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John Aylmer (English constitutionalist)
He was born at Aylmer Hall, Tivetshall St Mary, Norfolk. While still a boy, his precocity was noticed by Henry Grey, 3rd Marquess of Dorset, later 1st Duke of Suffolk, who sent him to Cambridge, where he seems to have become a fellow of Queens' College. About 1541 he was made chaplain to the duke, and tutor of Greek 2 to his daughter, Lady Jane Grey.
His first preferment was to the archdeaconry of Stow, in the diocese of Lincoln, but his opposition in convocation to the doctrine of transubstantiation led to his deprivation and to his flight into Switzerland. While there he wrote a reply to John Knox's famous Blast against the Monstrous Regiment of Women, under the title of An Harborowe for Faithfull and Trewe Subjects, etc., and assisted John Foxe in translating the Acts of the Martyrs into Latin. On the accession of Elizabeth he returned to England. In 1559 he resumed the Stow archdeaconry, and in 1562 he obtained that of Lincoln. He was a member of the famous convocation of 1562, which reformed and settled the doctrine and discipline of the Church of England.
In 1576 he was consecrated Bishop of London, and while in that position made himself notorious by his harsh treatment of all who differed from him on ecclesiastical questions, whether Puritan or Papist. Various efforts were made to remove him to another see. He is frequently assailed in the famous Mar prelate Tracts, and is characterized as "Morrell," the bad shepherd, in Spenser's Shepheard's Calendar (July). His reputation as a scholar hardly balances his inadequacy as a bishop in the transition time in which he lived. He died in June 1594. His Life was written by John Strype (1701).
"Alymer, like John Ponet and Stephen Gardiner before him, is an important figure in the story of the reception of classical mixed government in Tudor England." 3 John Aylmer wrote his work An harborowe for faithfull and trewe subiectes (1559), to familiarize his fellow countrymen with the "strange and alluring vocabulary of politics", introducing them to the classical forms and terminology.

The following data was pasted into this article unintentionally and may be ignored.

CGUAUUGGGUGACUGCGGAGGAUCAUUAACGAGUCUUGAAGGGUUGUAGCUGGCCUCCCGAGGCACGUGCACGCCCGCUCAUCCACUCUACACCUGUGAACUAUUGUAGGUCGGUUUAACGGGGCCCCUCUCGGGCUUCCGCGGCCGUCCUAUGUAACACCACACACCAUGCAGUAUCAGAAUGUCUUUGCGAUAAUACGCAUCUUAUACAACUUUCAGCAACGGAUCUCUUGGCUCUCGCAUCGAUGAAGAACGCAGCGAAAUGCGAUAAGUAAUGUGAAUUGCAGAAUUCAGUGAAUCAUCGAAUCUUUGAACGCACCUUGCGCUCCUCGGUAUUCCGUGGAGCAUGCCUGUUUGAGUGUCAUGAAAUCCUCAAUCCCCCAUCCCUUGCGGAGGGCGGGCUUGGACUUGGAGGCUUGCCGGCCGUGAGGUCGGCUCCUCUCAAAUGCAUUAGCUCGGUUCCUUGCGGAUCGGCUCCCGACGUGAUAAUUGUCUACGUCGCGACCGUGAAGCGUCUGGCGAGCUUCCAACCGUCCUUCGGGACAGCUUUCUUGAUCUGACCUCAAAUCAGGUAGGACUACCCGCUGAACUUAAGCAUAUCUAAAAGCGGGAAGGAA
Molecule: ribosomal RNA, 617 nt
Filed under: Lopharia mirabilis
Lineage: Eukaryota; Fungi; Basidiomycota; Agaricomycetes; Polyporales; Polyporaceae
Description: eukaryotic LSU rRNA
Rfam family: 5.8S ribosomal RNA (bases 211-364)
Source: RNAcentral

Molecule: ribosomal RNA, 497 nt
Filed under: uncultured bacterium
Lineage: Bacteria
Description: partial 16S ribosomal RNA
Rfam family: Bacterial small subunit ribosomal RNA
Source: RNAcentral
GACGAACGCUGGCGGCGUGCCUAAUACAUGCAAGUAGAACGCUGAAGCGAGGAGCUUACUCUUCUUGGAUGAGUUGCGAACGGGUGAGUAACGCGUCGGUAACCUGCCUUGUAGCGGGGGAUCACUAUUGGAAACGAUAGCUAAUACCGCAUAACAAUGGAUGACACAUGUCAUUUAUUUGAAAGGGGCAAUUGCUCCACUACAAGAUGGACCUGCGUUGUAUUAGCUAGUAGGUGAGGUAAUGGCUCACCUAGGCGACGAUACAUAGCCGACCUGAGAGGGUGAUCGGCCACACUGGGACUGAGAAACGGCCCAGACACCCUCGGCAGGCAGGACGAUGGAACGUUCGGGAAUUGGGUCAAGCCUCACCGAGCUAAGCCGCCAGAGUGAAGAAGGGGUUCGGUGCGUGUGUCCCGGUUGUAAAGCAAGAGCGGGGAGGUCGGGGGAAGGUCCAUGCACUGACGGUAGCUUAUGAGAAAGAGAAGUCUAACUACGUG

John Aylmer described England as not "a mere monarchy, as some for lack of consideration think, nor a mere oligarchy, nor democracy, but a rule mixed of all these." 1 He goes on to say that in the mixed state, "each one of these have or should have like authority." He argued that in Parliament was not the "image" of a mixed state "but the thing in deed." It was in Parliament that one finds the three estates: "the king or queen, which representeth the monarchy; the noble men which be the aristocracy; and the burgesses and knights the democracy." As a philodorian, he compared the mixed government of Tudor England with the Spartan republic and wishes England into the Spartan mold. As he says, "In like manner, if the Parliament use their priveledges: the king can ordain nothing without them." 1
His work was to be quoted by many future English constitutionalists.
- Dangerous Positions; Mixed Government, the Estates of the Realm, and the Making of the "Answer to the xix propositions", Michael Mendle, University of Alabama Press, 1985. pg 49.
- Dangerous Positions, Mendle. pg 61.
- Dangerous Positions, Mendle. pg 50.
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